Inching along beneath the ceiling of the Sistine Chapel in Rome, a scaffold carries restorers, painstakingly cleaning Michelangelo’s magnificent frescoes. Since 1980, exposure of unexpected luminous colors in the master’s beloved biblical scenes has alarmed some people who fear that Michelangelo’s final pigment layers are being removed. In this issue, art historians John and Jane Dillenberger ask and answer the question “To Clean or Not to Clean?” and accompany their on-the-scaffold observations with dramatic before and after pictures.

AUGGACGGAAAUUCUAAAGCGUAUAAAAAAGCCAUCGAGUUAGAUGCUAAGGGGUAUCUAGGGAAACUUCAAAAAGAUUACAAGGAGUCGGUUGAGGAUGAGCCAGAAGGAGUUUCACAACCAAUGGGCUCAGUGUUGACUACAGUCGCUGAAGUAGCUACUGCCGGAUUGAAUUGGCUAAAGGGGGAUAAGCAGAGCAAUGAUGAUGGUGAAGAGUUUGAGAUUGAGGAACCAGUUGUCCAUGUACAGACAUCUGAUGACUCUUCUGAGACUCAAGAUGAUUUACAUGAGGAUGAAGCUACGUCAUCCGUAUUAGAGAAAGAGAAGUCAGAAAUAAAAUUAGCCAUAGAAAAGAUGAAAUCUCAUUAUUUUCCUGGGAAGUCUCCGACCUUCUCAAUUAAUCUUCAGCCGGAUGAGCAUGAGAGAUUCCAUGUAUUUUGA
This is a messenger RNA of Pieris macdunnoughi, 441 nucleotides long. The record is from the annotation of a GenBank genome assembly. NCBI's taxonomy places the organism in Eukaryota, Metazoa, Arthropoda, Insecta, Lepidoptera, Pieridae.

The Dillenbergers live in Berkeley, California, where Jane is professor emeritus in the visual arts and theology at the Graduate Theological Union. A prolific writer on religious themes in art, she is the author of “Images of God in Western Art,” BR 01:02 and “Dual Impressions—Looking for Style and Content in Christian Art,” BR 03:04. John was formerly president of Hartford Seminary in Hartford, Connecticut, and professor of theology at Harvard University. His books include The Visual Arts and Christianity in America (Scholars Press, 1984) and, with co-author Jane, Perceptions of the Spirit in 20th Century American Art (Indianapolis Museum of Art, 1977).
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